The rich mythical history of Nanumea describes a settlement led by an explorer/adventurer and warrior from the south named Tefolaha. Some accounts say Tefolaha and his crew came from Tonga, others name Samoa, but whether these names refer to today's Tonga and Samoa is not certain. Tefolaha, traditional accounts say, found the island of Nanumea populated by two women, Pai and Vau, whom it was believed had formed it from baskets of sand. Tefolaha wagered with them for the island and eventually won it through trickery, whereupon Pai and Vau departed. Tefolaha's sons and daughters are today the founding ancestors of leading families and the seven chiefly lineages of Nanumea. Today's population also traces descent from crew members who arrived with Tefolaha, and from later visitors from the far distant and more recent past. Nanumean traditions describe the islets, Motu Foliki, Lafogaki and Te Afua-a-Taepoa, as being formed when sand spilled from the baskets of two women, Pai and Vau, when they were forced off Nanumea by Tefolaha.
The legendary, miraculous spear Kaumaile came with the hero Tefolaha to Nanumea. He fought with a 1.8 m (5 ft 11 in) long weapon on the islands of Samoa and Tonga. As Tefolaha died, "Kaumaile" went to his heirs, then to his heirs and on and on - 23 generations. The wood from the spear was radiocarbon dated to 880 years BP or AD 1070. The wood is from the species Casuarina equisetifolia.
The first recorded sighting of Nanumea by Europeans was by Spanish naval officer Francisco Mourelle de la Rúa who sailed past it on 5 May 1781 with frigate La Princesa, when attempting a southern crossing of the Pacific from the Philippines to New Spain. He charted Nanumea as San Augustin. In 1809, Captain Patterson in the brig Elizabeth sighted Nanumea while passing through the northern Tuvalu waters on a trading voyage from Port Jackson, Sydney, Australia to China.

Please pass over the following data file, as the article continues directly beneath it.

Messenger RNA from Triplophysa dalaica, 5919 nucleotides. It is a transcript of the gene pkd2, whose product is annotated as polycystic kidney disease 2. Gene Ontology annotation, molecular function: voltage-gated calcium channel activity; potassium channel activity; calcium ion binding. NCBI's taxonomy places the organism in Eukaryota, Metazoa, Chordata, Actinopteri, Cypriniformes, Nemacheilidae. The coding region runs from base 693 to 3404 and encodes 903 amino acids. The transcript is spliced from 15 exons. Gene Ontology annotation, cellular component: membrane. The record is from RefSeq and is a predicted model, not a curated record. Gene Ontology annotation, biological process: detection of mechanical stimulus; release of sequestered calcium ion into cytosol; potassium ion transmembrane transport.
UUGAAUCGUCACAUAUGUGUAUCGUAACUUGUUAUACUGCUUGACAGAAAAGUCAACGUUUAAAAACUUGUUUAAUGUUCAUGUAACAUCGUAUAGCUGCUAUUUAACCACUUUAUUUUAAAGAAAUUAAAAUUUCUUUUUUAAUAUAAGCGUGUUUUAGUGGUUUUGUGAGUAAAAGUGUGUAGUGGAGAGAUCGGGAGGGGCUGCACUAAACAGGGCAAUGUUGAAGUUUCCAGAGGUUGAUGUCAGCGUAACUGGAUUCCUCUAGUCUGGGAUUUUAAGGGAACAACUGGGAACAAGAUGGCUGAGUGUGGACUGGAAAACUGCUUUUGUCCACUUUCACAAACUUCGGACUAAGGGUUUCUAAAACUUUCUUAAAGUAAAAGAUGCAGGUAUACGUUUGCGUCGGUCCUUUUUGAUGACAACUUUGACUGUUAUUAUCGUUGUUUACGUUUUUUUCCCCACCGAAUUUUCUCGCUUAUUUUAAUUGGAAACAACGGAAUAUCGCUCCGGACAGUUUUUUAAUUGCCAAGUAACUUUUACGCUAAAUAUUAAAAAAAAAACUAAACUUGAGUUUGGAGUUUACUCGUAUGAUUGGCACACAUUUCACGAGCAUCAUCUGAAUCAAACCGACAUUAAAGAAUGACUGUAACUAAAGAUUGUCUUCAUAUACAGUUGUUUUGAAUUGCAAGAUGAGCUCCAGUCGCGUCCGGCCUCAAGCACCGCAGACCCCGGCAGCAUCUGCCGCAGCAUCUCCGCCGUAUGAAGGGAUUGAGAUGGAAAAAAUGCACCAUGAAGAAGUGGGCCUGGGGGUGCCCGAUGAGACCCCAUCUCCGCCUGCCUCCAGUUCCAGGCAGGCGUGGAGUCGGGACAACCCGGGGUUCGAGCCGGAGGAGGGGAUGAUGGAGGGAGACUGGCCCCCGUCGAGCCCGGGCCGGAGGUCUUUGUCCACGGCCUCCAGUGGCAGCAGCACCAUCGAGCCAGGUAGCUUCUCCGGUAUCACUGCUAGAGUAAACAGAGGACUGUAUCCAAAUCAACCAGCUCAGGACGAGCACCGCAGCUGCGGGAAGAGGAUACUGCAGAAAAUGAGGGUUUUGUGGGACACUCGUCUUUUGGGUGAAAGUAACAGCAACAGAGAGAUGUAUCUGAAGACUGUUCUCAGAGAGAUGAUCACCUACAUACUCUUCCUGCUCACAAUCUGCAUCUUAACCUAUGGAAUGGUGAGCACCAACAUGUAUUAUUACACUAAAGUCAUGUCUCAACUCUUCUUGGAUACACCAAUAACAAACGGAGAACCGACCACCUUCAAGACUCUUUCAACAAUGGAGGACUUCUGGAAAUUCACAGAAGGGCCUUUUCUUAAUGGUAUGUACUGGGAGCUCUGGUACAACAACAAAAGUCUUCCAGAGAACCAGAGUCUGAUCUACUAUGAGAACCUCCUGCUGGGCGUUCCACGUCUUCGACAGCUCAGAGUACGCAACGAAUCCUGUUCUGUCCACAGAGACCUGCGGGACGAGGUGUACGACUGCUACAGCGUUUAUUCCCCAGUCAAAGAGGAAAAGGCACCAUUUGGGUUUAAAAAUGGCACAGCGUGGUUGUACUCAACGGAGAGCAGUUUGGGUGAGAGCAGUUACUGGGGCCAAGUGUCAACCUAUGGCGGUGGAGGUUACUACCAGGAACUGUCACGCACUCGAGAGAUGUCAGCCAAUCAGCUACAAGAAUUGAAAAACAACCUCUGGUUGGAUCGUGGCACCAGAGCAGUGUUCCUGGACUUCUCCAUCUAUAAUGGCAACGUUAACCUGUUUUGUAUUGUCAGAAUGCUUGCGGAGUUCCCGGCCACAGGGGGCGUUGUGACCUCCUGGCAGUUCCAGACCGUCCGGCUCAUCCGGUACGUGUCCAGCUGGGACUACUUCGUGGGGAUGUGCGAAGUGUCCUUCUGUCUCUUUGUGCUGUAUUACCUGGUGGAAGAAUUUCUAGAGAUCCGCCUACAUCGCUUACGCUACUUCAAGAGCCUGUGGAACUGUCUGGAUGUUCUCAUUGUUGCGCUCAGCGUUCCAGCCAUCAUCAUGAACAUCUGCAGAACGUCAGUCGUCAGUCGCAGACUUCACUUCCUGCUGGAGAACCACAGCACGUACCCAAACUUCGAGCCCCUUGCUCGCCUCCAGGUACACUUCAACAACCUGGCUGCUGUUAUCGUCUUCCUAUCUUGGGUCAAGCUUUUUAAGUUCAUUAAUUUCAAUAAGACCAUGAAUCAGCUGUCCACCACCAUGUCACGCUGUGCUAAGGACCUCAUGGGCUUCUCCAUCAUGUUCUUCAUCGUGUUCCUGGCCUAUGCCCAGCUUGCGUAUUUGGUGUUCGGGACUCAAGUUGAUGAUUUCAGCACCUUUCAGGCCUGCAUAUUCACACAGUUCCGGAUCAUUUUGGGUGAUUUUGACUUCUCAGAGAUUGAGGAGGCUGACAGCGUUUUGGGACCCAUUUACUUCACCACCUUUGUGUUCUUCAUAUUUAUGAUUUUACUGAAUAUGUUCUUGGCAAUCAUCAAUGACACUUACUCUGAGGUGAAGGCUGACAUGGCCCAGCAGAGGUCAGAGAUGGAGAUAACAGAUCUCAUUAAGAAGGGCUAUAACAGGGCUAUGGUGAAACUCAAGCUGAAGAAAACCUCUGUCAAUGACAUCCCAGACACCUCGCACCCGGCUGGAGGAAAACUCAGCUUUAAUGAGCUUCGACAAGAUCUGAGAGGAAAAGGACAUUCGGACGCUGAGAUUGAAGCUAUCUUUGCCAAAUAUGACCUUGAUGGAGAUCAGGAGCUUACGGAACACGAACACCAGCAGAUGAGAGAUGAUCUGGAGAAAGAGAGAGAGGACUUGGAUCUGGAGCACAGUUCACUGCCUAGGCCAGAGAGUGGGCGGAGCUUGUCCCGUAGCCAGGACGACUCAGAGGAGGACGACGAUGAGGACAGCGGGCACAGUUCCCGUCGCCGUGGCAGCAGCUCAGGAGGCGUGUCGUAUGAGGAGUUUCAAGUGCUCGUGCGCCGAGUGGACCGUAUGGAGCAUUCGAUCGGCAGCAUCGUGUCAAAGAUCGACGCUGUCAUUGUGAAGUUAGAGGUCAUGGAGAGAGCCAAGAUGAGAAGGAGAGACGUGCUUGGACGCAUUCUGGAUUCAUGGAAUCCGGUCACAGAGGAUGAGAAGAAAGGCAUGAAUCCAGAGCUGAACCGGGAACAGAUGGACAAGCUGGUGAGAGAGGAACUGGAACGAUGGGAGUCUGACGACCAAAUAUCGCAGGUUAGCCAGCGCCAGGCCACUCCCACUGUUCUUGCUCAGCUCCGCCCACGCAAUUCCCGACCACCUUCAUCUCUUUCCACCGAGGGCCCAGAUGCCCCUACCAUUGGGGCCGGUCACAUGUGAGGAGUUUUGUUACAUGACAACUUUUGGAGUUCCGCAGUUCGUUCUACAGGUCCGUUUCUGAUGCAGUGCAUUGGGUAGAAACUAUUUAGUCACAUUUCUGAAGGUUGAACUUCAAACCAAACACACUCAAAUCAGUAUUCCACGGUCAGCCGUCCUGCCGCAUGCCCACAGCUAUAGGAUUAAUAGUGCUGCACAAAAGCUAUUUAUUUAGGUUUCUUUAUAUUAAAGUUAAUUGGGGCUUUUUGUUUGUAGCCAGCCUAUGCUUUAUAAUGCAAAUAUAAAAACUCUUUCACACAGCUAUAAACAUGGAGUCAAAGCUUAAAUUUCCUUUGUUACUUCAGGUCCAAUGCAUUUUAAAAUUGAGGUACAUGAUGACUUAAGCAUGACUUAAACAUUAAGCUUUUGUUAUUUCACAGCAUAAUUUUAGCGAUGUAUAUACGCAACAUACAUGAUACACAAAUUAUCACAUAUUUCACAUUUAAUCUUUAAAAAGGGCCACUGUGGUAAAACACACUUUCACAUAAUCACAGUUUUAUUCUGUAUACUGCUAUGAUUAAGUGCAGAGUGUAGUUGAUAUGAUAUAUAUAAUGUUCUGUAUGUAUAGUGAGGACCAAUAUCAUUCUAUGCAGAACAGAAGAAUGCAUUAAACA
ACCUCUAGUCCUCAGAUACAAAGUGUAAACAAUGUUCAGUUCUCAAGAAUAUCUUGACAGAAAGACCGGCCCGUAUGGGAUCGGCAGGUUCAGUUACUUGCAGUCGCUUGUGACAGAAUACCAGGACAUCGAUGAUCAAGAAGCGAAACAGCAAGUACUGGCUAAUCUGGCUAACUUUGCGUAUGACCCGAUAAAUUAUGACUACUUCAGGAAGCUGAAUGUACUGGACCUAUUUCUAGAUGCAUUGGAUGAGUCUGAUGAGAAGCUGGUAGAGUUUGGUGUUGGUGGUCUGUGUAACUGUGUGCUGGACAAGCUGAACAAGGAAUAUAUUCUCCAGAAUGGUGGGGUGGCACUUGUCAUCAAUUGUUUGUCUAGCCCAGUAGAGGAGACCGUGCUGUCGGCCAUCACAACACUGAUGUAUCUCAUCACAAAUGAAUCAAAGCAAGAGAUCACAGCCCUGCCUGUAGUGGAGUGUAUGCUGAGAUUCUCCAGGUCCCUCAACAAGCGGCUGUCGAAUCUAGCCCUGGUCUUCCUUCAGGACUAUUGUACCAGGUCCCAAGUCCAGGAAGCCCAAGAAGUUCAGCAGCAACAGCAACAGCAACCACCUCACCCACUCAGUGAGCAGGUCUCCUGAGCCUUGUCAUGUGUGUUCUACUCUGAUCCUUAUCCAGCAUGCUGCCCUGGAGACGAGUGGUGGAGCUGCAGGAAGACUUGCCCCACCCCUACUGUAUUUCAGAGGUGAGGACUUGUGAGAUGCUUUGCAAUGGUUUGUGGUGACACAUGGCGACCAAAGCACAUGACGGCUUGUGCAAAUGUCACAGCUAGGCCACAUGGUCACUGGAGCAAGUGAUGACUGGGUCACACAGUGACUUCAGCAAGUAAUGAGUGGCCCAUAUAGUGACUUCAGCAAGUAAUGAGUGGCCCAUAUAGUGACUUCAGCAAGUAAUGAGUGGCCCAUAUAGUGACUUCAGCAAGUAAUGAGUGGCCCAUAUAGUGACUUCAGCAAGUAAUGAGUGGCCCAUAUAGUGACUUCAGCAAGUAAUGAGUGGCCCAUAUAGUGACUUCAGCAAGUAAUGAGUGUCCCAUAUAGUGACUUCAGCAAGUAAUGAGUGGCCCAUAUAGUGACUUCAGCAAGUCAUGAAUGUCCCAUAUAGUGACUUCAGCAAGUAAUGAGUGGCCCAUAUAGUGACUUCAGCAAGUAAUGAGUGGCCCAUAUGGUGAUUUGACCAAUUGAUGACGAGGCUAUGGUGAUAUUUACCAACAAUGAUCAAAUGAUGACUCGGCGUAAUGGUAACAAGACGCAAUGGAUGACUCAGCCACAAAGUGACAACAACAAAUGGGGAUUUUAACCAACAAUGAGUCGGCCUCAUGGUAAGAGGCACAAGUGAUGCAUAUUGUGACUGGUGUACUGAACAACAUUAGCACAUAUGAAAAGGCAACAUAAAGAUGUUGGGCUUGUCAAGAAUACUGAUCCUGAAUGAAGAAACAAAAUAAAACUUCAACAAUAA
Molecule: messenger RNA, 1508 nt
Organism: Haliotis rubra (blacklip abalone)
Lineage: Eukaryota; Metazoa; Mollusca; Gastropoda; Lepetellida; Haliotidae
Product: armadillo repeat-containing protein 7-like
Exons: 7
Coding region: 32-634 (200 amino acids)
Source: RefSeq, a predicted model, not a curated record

From 1879 to 1881 Alfred Restieaux was the resident trader on Nanumea. 19th century resident Palagi traders also included: Tom Day (c.1872) and Jack Buckland (c.1895). The population of Nanumea from 1860 to 1900 is estimated to be between 500 and 650 people.
Nanumea Post Office opened around 1919.
Donald Gilbert Kennedy, the resident District Officer in the administration of the Gilbert and Ellice Islands Colony from 1932 to 1938, describe the construction of paopao and of the variations of single-outrigger canoes that had been developed on Vaitupu and Nanumea.
During World War II the American forces built Nanumea Airfield and the people moved to live on Lakena. USS LST-203 was grounded on the reef at Nanumea on 2 October 1943 in order to land equipment. The rusting hull of the ship remains on the reef. The 'American Passage' was blasted through the reef by a Naval Construction Battalion (Seabees), who were assisted by local divers. This passage improved access to Nanumea. B-24 Liberator aircraft of 30th Bombardment Group flew from Nanumea Airfield. After the war the airfield was dismantled and the land returned to its owners, however as the coral base was compacted to make the runway the land now provides poor ground for growing coconuts.
On Nanumea, tender boats, which go out to the inter-island ships, run through the 'American Passage' and offload passengers and cargo at a small wharf within the protected lagoon.
Governance and connection to other Nanumean communities